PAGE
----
What’s more, there appears to be a correlation between America’s high levels of gun violence and gun ownership, as this other chart from researcher Josh Tewksbury shows:
Research reviews by the Harvard School of Public Health’s Injury Control Research Center have concluded that more gun ownership leads to more gun violence. Other factors, such as socioeconomic issues, contribute to violence, but guns are the one issue that makes America unique relative to other developed countries in comparable socioeconomic circumstances.
Studies have found this at both the state and country level. Take, for instance, this chart, from a 2007 study by Harvard researchers, showing the correlation between statewide firearm homicide victimization rates and household gun ownership after controlling for robbery rates:
A more recent study from 2013, led by a Boston University School of Public Health researcher, reached similar conclusions: After controlling for multiple variables, the study found that a 1 percent increase in gun ownership correlated with a roughly 0.9 percent rise in the firearm homicide rate at the state level.
This holds up around the world. As Zack Beauchamp explained for Vox, a breakthrough analysis in 1999 by UC Berkeley researchers Franklin Zimring and Gordon Hawkins found that the US does not, contrary to the old conventional wisdom, have more crime in general than other Western industrial nations. Instead, the US appears to have more lethal crime — and that’s driven in large part by the prevalence of guns.
“A series of specific comparisons of the death rates from property crime and assault in New York City and London show how enormous differences in death risk can be explained even while general patterns are similar,” Zimring and Hawkins wrote. “A preference for crimes of personal force and the willingness and ability to use guns in robbery make similar levels of property crime 54 times as deadly in New York City as in London.”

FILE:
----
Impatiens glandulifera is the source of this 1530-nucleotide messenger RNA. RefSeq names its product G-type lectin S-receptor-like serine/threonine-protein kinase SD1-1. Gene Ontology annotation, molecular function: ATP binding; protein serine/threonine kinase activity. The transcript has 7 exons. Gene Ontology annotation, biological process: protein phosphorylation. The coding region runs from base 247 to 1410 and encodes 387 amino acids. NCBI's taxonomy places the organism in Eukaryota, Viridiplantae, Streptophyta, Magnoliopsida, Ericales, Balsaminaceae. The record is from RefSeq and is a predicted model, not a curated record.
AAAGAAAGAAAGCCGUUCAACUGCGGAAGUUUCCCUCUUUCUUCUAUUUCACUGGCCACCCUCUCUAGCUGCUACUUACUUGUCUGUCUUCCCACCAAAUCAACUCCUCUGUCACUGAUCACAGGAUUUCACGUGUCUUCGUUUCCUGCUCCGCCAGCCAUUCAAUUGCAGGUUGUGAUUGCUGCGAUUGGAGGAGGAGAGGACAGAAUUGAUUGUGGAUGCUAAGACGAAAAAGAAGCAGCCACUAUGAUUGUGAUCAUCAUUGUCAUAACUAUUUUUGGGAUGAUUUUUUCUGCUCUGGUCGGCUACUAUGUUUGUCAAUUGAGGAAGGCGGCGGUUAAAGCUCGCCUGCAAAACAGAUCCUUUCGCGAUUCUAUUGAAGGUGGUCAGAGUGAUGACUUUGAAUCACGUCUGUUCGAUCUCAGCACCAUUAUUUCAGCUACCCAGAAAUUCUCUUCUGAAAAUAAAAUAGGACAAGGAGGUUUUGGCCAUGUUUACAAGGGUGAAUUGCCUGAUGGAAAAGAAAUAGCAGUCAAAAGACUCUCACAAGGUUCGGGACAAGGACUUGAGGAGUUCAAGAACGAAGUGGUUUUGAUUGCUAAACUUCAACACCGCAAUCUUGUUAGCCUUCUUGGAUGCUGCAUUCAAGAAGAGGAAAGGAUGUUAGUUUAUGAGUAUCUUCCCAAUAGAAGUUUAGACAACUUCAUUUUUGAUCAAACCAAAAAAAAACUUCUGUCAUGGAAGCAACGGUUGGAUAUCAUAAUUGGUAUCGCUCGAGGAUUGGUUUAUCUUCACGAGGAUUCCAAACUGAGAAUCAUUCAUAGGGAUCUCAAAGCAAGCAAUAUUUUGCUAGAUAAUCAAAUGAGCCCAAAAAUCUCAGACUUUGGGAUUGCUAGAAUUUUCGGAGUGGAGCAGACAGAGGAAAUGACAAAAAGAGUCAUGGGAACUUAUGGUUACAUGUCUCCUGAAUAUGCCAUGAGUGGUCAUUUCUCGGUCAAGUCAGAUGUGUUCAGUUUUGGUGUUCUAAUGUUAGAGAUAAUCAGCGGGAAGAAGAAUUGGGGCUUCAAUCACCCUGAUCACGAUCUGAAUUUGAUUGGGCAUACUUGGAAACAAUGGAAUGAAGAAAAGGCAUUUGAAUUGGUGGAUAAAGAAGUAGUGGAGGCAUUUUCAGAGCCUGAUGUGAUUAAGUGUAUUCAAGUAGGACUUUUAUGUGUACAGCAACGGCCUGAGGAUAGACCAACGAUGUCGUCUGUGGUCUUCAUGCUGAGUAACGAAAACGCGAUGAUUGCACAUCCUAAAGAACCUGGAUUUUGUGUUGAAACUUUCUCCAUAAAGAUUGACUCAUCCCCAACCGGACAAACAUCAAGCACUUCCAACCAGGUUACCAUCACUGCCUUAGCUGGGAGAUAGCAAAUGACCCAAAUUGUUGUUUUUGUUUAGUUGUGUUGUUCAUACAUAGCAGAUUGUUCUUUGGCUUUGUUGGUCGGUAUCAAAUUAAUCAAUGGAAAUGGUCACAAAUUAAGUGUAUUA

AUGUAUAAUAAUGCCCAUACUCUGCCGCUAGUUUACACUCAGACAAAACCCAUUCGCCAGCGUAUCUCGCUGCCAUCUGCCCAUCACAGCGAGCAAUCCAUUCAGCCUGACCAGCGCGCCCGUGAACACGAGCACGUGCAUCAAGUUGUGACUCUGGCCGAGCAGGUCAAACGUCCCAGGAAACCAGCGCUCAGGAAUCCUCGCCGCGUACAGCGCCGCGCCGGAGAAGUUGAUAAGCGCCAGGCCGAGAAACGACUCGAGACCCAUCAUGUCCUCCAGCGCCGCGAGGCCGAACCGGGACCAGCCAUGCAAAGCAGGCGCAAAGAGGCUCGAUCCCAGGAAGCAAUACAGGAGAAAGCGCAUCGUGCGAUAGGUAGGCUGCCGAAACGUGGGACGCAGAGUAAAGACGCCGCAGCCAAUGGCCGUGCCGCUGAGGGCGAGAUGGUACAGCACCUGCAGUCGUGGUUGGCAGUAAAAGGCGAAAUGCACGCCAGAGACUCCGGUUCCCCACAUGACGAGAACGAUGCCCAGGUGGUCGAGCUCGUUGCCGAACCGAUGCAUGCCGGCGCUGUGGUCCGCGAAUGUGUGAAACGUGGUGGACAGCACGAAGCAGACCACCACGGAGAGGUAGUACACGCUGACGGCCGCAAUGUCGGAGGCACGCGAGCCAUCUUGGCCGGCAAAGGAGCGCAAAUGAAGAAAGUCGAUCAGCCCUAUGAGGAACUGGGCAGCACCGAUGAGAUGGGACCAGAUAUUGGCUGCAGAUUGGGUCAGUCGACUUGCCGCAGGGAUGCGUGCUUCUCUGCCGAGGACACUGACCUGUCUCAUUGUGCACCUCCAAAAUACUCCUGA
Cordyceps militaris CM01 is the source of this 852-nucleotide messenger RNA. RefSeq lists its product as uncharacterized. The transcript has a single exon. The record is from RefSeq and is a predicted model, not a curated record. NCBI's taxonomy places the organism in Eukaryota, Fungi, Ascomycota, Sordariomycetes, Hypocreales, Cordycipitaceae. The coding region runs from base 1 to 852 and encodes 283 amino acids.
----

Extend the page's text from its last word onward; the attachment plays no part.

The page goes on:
These studies aren’t the only ones to reach such conclusions. Multiple reviews of the research, including the Harvard Injury Control Research Center’s aggregation of the evidence, have consistently found a link between gun ownership and gun deaths after controlling for other factors.
Guns are not the only factor that contributes to violence. (Other factors include, for example, poverty, urbanization, and alcohol consumption.) But when researchers control for other confounding variables, they have found time and time again that America’s high levels of gun ownership are a major reason the US is so much worse in terms of gun violence than its developed peers.
That helps explain why the most rigorous reviews of gun policies have concluded that stricter gun laws can reduce gun violence and deaths. A 2016 review of 130 studies in 10 countries, published in Epidemiologic Reviews, found that new legal restrictions on owning and purchasing guns tended to be followed by a drop in gun violence — a strong indicator that restricting access to guns can save lives.
America, however, is unique in the developed world in that it constitutionally enshrines the right to own a gun — and that brings special legal protections for those rights.
But the research suggests that those extra rights come at a cost of more gun deaths. That’s why many public health researchers would like to see a focus on restricting guns in general, not just for those who are mentally ill.
“If you really want to stop gun injury and death in the United States, we could also think about ways to better regulate guns to sane people,” Metzl said. “They specifically are responsible for much more of the gun injury and death in this country.”